What I’ve wanted most in life is freedom. Freedom is so important to me because it is me. Freedom is the ability to be who I am, do what I want, and experience life through my values. I know that no matter what happens, the one thing I will always have is me. Everything else is ancillary. I must be able to depend on myself, continue growing, and become stronger and more resilient.
I see each item, each system, each decision, and each relationship as either a pathway toward freedom, or an obstruction to it. Money is a source of freedom, to an extent, so I focus on responsible money management. If I want to pick up and go to a show, take a class, or take a trip, money will be the thing to get me there. With the money I have at any given time, I highly prioritize the ability to do what I want, instead of to buy something that perks my interest. I know that the purchase, maintenance, and eventual discarding of an item hampers freedom. From this vantage point, stuff can so easily be a hindrance. Some items, of course, promote a certain level of freedom and ability to do something (ex. a camping tent or a suitcase) so I prioritize these types of items. But if I know I will use them infrequently, I investigate ways to borrow, rent, or substitute.
Sustainability is one of the values I have the freedom to include in my life and it, fortunately, is well supported by a minimalist lifestyle. To live lightly on the planet, I try to use just the resources I need. Buying green products and fixing items rather than discarding is a more environmentally friendly approach than the status quo but still involves the responsibility of owning items and still has environmental consequences. When I do without, or use objects for multi-uses, I’m side stepping many environmentally negative outcomes.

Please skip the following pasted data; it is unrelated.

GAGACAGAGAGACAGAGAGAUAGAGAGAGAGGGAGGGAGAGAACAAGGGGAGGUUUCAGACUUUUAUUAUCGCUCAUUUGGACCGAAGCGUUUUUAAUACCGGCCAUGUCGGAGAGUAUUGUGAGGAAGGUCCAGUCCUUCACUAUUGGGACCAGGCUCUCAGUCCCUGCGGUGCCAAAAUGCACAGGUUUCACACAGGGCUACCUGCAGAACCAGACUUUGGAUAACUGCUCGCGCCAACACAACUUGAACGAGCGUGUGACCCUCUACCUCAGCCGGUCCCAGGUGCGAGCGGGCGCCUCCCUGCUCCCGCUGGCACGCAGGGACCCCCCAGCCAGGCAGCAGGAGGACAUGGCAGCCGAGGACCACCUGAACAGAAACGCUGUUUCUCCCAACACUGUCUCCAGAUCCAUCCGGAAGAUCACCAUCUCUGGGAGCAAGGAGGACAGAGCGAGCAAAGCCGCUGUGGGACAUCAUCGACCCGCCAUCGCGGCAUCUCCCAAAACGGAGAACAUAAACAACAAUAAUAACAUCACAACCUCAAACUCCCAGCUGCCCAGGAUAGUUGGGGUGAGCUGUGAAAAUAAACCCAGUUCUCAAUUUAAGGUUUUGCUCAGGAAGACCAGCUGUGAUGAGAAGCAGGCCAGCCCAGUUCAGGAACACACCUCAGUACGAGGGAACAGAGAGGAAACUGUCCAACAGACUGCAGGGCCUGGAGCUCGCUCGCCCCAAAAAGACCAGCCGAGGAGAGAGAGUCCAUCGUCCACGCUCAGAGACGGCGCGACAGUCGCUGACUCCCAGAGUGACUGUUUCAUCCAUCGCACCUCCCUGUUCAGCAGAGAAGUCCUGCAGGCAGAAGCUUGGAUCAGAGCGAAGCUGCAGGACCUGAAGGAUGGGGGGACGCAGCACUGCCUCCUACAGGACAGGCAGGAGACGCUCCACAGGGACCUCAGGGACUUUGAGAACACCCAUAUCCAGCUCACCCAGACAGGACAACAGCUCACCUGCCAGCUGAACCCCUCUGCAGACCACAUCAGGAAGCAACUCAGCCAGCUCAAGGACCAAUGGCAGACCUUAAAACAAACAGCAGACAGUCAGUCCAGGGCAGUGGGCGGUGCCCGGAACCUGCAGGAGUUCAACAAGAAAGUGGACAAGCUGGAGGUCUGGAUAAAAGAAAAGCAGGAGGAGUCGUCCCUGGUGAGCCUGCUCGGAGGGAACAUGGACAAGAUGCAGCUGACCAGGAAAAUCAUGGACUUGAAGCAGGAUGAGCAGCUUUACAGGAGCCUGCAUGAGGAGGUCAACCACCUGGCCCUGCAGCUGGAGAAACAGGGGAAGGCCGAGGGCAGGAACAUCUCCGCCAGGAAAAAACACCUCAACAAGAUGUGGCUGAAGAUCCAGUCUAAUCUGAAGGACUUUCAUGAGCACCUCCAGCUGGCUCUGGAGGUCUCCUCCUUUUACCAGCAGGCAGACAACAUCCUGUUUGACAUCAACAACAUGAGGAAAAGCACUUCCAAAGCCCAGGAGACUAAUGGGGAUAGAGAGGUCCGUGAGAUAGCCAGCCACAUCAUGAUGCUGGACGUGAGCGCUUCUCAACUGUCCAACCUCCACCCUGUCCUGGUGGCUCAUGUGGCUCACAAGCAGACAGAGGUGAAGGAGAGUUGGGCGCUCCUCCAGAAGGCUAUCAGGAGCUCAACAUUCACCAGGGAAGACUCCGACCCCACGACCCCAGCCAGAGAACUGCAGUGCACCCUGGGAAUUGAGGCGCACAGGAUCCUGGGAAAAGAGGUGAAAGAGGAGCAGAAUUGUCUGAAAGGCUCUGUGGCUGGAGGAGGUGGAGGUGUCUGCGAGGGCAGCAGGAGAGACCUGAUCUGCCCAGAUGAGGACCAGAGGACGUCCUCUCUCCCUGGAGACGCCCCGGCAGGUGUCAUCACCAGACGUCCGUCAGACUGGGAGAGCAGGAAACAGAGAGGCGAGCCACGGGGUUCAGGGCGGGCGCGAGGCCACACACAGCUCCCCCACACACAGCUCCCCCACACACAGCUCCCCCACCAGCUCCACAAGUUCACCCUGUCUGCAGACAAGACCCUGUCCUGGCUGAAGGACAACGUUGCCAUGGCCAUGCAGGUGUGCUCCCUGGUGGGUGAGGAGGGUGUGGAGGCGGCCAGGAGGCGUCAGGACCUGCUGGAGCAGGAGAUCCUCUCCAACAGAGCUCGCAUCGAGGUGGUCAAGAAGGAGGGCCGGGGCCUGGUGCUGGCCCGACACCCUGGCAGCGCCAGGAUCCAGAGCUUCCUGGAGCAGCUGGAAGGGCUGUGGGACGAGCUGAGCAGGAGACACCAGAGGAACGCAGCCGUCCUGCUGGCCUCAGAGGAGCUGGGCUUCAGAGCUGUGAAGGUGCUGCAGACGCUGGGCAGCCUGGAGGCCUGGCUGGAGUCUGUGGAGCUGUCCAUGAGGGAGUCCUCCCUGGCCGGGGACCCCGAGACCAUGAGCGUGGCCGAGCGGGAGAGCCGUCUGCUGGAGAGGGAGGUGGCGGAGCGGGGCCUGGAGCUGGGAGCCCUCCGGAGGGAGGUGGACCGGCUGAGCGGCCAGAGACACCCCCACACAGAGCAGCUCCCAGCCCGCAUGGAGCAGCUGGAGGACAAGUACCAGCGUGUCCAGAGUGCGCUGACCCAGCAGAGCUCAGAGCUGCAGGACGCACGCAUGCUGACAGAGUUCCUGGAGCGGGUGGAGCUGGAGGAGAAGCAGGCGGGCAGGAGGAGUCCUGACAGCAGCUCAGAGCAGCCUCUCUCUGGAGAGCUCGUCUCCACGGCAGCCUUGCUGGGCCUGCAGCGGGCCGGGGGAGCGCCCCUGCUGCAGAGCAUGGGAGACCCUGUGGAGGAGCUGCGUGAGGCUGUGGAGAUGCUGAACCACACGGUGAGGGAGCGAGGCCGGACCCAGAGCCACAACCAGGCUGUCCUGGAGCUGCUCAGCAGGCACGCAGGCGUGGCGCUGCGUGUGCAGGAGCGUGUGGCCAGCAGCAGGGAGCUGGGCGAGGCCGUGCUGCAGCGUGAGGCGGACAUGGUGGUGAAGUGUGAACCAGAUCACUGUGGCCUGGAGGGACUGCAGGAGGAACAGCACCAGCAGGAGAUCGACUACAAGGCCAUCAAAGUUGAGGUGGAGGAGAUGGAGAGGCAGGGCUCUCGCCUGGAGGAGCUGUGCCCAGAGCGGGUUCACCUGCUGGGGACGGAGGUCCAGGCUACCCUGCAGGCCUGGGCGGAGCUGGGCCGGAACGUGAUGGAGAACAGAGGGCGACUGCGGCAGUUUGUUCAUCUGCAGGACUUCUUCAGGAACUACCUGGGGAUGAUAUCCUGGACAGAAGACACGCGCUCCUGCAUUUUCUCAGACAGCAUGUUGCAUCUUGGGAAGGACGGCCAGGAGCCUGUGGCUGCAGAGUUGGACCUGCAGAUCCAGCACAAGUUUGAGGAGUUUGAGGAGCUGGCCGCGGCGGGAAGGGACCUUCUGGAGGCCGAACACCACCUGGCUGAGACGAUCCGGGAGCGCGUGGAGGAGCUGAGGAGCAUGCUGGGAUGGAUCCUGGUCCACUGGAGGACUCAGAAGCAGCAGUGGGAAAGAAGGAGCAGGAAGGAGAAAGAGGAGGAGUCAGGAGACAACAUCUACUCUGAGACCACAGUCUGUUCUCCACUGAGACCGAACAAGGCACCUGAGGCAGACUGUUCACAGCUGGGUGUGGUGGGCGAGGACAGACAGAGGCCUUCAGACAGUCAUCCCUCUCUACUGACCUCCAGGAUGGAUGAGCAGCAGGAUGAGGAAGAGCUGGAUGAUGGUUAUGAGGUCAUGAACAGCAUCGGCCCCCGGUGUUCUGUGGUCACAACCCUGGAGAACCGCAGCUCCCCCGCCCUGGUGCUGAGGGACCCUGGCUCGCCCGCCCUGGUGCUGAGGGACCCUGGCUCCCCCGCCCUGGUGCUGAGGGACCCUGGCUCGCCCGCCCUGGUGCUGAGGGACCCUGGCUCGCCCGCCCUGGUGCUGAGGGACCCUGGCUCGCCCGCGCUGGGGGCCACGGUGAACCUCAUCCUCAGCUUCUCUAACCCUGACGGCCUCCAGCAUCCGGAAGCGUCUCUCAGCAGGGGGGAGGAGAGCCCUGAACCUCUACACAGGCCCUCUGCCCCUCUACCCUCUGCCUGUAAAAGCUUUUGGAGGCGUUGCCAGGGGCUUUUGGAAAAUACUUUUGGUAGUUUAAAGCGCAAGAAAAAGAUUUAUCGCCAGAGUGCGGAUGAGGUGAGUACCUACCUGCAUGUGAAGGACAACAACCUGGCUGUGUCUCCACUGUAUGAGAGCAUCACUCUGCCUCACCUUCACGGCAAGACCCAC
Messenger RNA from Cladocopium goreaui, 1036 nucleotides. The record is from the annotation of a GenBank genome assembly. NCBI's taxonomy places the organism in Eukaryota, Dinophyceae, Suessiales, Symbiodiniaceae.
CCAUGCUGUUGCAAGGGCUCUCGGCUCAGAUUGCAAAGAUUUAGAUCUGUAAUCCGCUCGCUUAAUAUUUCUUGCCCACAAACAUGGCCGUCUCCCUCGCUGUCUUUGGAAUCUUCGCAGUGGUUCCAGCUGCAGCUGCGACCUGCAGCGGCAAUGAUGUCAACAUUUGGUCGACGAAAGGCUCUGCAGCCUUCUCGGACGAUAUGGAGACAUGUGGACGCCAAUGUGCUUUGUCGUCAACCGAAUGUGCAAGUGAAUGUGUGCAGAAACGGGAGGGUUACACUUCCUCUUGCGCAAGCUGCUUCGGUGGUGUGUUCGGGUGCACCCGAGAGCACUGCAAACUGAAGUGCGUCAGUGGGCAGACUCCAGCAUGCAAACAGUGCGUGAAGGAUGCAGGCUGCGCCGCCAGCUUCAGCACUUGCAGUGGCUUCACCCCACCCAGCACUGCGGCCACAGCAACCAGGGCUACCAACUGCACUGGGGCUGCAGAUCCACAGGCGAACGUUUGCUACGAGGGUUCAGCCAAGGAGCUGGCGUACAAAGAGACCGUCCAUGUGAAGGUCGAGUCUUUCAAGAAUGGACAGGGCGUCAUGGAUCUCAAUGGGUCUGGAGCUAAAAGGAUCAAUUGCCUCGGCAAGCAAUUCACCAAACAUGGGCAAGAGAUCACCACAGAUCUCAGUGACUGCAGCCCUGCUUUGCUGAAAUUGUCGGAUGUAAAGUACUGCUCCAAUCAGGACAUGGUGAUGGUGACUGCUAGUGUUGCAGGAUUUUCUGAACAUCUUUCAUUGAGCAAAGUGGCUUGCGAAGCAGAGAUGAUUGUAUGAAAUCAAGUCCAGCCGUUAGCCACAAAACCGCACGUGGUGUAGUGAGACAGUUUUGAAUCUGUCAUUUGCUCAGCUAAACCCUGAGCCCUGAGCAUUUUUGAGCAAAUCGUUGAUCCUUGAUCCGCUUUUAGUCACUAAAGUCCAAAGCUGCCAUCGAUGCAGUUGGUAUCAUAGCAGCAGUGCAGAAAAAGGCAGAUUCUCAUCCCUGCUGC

Minimalism is also my way to focus on what is most meaningful in my life. With that focus, I keep myself away from useless distractions, become more centered, and my heart becomes fuller. Highlighting meaning as central to my daily decision-making process is paramount to authenticity.
I like to remind myself and others that minimalism is not a dogma; just a convenient word to describe doing the most with the least. It can be called voluntary simplicity, essentialism, simple living, living a downsized life or whatever. I don’t care much for labels or trendy credos. To me, it’s about finding what is most meaningful in my life, only incorporating material goods that best support it, with a focus on financial and environmental sustainability, and most of all, freedom.
My purpose in describing my minimalism motivations is not convince you of a particular definition. In fact, it is quite the opposite. I encourage you not to accept the definition you think you should follow or assume there is only one path. I don’t believe minimalism an ideal to be achieved. It is not something seek outside of yourself. It is a mindset change that rests in the depths of who you are.
Perhaps minimalism isn’t right for you, but you want to adopt a simpler lifestyle than you currently maintain. It may concentrate on one or many attributes: freedom, meaning, organization, sustainability, saving money, better habits, efficiency, peace, aesthetics. Whatever your approach and your reasons behind it, I encourage you to discover what works best and continue to iterate until you find the balance that is most “you.”